may 2020

Choices in Maternity Care During Pregnancy

You are pregnant. Now what? You likely will go to see a midwife to get ‘booked in’ for your maternity care.

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Author: Debs Neiger Independent Midwife.

You are pregnant. Now what? You likely will go to see a midwife to get ‘booked in’ for your maternity care.

You are probably asked a LOT of questions about your health, family history, plans and social circumstances.

You will be given a LOT of information, you are probably booked in for scans and follow up appointments and most likely you go along with the recommendations for care given.

But is this the pathway of care you would really like for your pregnancy? Possibly!

Is it what is likely to give you the best outcomes in terms of your and your baby’s mental/physical and spiritual health? Depending on the offerings of your local NHS trust, possibly not.

You might feel obliged to follow the local maternity care pathway.  And you might be ‘told off’ or felt ‘naughty’ for NOT following advice or making your own choices that are different to the guidance you received from your HCPs.

Many of us have been there.

What if I told you that YOU hold all the power in what kind of care you would like to access and that you also hold the power to decide what you DON’T want? EVERYTHING is optional. Your maternity care is a service offered to you, and you can cherry pick which bits of the service you feel would serve you well. It is THAT simple.

But I hear you ask, is this not dangerous? Do midwives and obstetricians not know what is best for me and my baby? How will I know what I need and don’t need? What is the point of maternity care if not to give the highest level of safety with regards to me and my baby?

Those are all very good and reasonable considerations... but I think it is important to realise that guidelines are generally drawn up to achieve the best outcomes for the greatest number of people, which is excellent at a population level. However, those guidelines may well not lead to the best outcome for you as an individual. We know that individualised care from HCPs who know you and your circumstances well, not a cookie cutter approach leads to happier mothers and better experiences. So how can you tailor your care to your specific liking and need?

Well, by making conscious decisions about your care and picking carefully from the menu of care options available and offered to you.

Before your baby is born:

  • Blood tests: you are fully in charge of whether you would like blood tests and which ones. You might prefer to have some but not others. It is perfectly fine to pick and choose, your midwife will be able to tell you what is offered to at which gestation and why.
  • Appointments/consultant: Which appointments you would like to attend and which you would rather not have booked is completely up to you. Conditional care (such as: ‘You will have to see the consultant to be able to have your homebirth’) is not acceptable.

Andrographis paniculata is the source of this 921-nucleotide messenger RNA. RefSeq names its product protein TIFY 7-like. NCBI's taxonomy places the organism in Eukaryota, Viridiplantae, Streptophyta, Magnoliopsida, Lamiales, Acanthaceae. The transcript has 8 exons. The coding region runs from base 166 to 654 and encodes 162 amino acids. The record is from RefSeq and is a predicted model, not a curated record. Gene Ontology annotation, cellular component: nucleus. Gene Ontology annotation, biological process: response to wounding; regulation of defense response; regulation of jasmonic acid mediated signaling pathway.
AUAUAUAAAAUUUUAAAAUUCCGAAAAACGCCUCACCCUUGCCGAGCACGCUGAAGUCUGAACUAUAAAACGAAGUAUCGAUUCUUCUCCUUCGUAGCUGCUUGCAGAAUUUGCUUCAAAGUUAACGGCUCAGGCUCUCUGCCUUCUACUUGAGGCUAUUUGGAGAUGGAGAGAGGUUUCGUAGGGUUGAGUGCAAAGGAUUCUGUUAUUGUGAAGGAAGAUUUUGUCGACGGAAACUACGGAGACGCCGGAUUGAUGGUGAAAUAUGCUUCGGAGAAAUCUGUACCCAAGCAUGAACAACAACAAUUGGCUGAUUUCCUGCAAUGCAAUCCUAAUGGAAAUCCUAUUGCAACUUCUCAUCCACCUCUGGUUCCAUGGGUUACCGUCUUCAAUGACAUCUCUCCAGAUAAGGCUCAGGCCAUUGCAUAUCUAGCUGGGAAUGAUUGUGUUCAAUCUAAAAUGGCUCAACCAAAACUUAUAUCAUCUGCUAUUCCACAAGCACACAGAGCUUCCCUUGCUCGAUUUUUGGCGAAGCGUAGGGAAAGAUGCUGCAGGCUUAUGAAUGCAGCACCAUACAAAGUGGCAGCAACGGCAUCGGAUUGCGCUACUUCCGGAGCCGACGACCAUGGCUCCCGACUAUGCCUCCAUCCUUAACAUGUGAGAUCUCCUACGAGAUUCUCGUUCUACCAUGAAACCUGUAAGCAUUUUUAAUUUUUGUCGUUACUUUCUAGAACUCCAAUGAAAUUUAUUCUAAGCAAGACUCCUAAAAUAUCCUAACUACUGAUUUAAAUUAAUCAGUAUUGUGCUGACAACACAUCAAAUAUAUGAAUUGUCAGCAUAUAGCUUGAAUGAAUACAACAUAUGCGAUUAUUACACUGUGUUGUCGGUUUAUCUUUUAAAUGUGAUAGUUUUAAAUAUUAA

• Growth monitoring: You will likely be offered monitoring of your baby’s growth on a chart, either determined by fundal height measurements or by growth scans. This is mostly to screen for babies not growing as well as expected, as we know that those babies do less well than babies growing as expected. You decide if you want your baby’s growth charted or not. Some people prefer not to as the margin of error with fundal height measurements and scans can be substantial.
  • Choosing place of birth: You choose. However, there may be circumstances that make you change your place of birth. This ought to be because YOU have considered all the pros and cons of birthing at home, rather than due to lack of support of coercive care from your HCPs. Unfortunately, currently in the time of pandemic it might be hard to get midwives out to attend your homebirth, but this does NOT take away your right to birth your baby at home if you wish.
  • GTT (glucose tolerance test): You decide whether you would like to have this test or not. Again, not having this test cannot be used to withdraw support for your choices.
  • Induction: Inductions are an offer. Often they are offered simply because your pregnancy has lasted longer than your local NHS trust feels is normal and appropriate. Sometimes they are offered because there are concerns regarding either your health or your baby’s, and an earlier birth may lead to a better outcome for either of you. You will be able to weigh up the advantages and disadvantages of induction for your own individual circumstances and decide if you would like to accept the offer of induction or not.

This list is not exhaustive and does not cover every eventuality, but it does remind you that you have FULL autonomy over your own body, always.

The bottom line is, YOU ARE THE BOSS OF YOU.

It is never ok for anyone to make you feel bad for the choices you are making (including your midwife or doctor), but be prepared to consider why certain interventions are offered to you, so you truly understand what you are accepting and declining . Those considerations are sometimes difficult and might feel overwhelming, but it can be a very educational journey which leads you to truly proactively take charge of your experience.

Here are some more helpful links to more information and to aid your decision making further. AIMS’ publications and Sara Wickham’s books are very readable, balanced and evidence based booklets that are brilliant for researching your options: